The Paleo Diet is one of the most popular diets currently found in the media. It is touted by many as the answer to a long list of modern lifestyle diseases. Supporters argue that humans have spent only 10 000 years (less than 1% of the 2 million years that their ancestors have been on earth) engaged in agriculture. The remaining 99% was spent living as hunter-gatherers, eating meat from wild animals, and what plant foods could be foraged. As such, supporters argue that human genes are programmed to live on a hunter-gatherer diet. They argue that there has not been enough time for these genes to evolve in order to tolerate foods that have been added to our diets since then, such as milk and grains.
What’s in, what’s out?
Researchers agree that hunter-gatherer diets varied markedly based on the latitude. People living in the tropics, where humans originated, ate far more plant foods than people living in the harsher climes, such as Greenland, where over 95% of the traditional diet came from meat. While there are several interpretations of what a Paleo Diet stands for in modern times, supporters agree that dairy, grains, legumes, salt and processed foods are out, and meat, fish, nuts, fruit and vegetables are in. One-quarter of the diet should be lean meat, with the remaining 3/4 being fruit, vegetables and nuts. Limited non-Paleo foods are allowed.
Paleo diets are much higher in fruits and vegetables than the average Western diet. There is strong evidence that shows that eating plenty of fruit and vegetables is associated with a significantly reduced risk of heart disease and stroke. It is also good for bowel regularity, macular health, blood pressure control, bone health and for prevention of certain types of cancer.
Paleo diets can be high in nuts, which contain plenty of healthy unsaturated fats. Specifically, eating a moderate (handful-sized) amount of nuts has been shown to boost cardiovascular health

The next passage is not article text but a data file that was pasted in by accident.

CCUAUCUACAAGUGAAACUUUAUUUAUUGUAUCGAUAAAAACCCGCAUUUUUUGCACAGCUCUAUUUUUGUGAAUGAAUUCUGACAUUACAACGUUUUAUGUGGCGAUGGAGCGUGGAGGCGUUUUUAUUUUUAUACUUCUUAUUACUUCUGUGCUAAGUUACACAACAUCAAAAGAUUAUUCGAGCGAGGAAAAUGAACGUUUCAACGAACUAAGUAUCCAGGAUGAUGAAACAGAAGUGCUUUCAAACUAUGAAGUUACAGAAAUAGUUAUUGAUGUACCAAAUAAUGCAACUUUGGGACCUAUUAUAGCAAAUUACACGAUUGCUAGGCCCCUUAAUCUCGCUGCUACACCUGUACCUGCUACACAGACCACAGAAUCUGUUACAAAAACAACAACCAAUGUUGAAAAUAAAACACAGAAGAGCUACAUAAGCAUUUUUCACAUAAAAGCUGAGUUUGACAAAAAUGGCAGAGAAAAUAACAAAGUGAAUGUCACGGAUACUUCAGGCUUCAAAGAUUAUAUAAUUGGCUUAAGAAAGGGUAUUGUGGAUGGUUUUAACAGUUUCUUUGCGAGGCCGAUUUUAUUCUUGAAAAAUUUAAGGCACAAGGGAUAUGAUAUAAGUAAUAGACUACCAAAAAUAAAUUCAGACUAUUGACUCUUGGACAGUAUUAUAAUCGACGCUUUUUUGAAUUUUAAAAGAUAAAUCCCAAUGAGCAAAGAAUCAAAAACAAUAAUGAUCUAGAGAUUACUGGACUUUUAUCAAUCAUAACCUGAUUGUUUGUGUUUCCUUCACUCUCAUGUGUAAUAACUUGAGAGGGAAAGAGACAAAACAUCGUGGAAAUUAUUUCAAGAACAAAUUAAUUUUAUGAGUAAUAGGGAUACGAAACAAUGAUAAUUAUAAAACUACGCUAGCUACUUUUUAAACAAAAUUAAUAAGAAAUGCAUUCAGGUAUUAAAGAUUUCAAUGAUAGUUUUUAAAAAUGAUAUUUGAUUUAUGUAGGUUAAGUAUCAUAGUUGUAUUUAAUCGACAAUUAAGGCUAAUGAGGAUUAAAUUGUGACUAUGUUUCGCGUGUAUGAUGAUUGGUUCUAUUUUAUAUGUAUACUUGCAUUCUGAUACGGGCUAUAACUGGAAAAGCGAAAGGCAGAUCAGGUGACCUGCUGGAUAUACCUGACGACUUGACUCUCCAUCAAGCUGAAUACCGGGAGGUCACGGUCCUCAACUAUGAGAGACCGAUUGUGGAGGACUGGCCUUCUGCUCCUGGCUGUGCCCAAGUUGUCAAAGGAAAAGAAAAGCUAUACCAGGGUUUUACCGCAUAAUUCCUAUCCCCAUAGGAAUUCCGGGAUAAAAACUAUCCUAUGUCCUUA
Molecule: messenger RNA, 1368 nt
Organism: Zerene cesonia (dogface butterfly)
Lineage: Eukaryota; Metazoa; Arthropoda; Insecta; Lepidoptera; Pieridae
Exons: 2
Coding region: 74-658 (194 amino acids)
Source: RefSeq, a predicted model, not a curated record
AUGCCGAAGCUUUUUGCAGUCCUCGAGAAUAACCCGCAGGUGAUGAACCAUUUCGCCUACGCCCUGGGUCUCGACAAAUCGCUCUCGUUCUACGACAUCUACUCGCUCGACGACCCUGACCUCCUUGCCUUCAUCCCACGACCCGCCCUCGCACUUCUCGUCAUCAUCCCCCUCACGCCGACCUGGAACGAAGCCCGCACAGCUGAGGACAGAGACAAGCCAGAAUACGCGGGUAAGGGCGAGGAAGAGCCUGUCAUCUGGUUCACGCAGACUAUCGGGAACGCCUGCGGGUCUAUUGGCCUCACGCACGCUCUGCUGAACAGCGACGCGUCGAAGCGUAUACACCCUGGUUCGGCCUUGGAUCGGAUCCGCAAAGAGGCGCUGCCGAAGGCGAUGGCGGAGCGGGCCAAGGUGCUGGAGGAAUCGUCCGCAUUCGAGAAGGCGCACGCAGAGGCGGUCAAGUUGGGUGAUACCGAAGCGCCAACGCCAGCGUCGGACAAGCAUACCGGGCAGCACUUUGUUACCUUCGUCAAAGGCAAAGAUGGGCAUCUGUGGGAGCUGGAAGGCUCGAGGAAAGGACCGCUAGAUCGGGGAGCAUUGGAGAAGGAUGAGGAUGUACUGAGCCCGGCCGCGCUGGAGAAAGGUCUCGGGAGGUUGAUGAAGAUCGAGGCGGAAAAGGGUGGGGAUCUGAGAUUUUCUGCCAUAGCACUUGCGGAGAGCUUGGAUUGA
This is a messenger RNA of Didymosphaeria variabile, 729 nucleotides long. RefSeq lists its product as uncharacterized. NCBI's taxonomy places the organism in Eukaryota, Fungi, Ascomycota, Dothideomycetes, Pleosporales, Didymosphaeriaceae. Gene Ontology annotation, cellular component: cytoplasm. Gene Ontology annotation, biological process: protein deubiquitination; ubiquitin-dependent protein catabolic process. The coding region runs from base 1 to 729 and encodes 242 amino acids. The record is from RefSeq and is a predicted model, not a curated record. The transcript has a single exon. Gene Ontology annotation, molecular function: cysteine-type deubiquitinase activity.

Paleo diets are low in highly processed foods, low in salt and low in added sugar.
Paleo diets have been shown to significantly increase satiety (fullness). This may help with maintaining a healthy weight, or losing weight if you are overweight.
Elderly people (over 65) should eat a high protein diet, which can reduce the risk of falls, significantly reduce mortality, and reduce the risk of infections in people of this age group. Paleo diets, being high in protein, may help to achieve these benefits.
Restrictive diets (such as Paleo) can be difficult to maintain over the long-term. They can foster an unhealthy relationship with food, increasing the risk of eating disorders. Following an eating pattern that is sustainable in the long-term is associated with successful weight loss maintenance.
Largely because they exclude all dairy, Paleo diets can be very low in calcium, increasing your risk of developing osteoporosis. Calcium is essential for bone health, and the best sources are from dairy foods, canned fish with chewable bones, and fortified dairy alternatives.
Eating a diet high in meat and meat products is not the best for the environment. Due to being higher up in the food chain, a diet high in meat uses up far more water and carbon dioxide than a diet high in plant foods.
A diet high in meat, for people under the age of 65, has been linked to an increased risk of developing Inflammatory Bowel Disease (Crohns Disease or Ulcerative Colitis) and bowel cancer, and is suspected of increasing the risk of a number of other types of cancer.
Compared to a traditional balanced diet, Paleo diets can be expensive to follow. Lean meat, nuts, fruits and vegetables tend to be more expensive than legumes and grains.
Paleo diets’ emphasis on fruit, vegetables and nuts is consistent with good health, and short-term studies of people following a Paleo-style diet have shown promising results. However, like any strict diet, most people are likely to find it difficult to maintain over the long term, and there is insufficient evidence regarding long-term health effects. Also, cutting out grains, legumes and dairy from the diet is not consistent with eating a balanced diet, and means you may be at risk of being deficient in certain nutrients, such as calcium.
Instead, consider opting for a less-restrictive way of enjoying the benefits of a Paleo diet. Eat a balanced diet, with plenty of fruit, vegetables and legumes, moderate amounts of whole grains, fish, dairy and nuts, and limit junk foods. A number of plant-based diets, such as those from the Mediterranean and Okinawa, as well as a vegetarian, or ‘flexitarian’, eating pattern, have all been associated with good health outcomes.
Finally, it is important to remember that diet is only one half of the equation. Traditional hunter-gatherers were far more physically active than today’s sedentary lifestyle, and the health benefits of physically activity are well established. If you want to maximise the health benefits of a wholefoods-based diet, including at least 30 minutes of moderate intensity exercise on most days of the week is a must.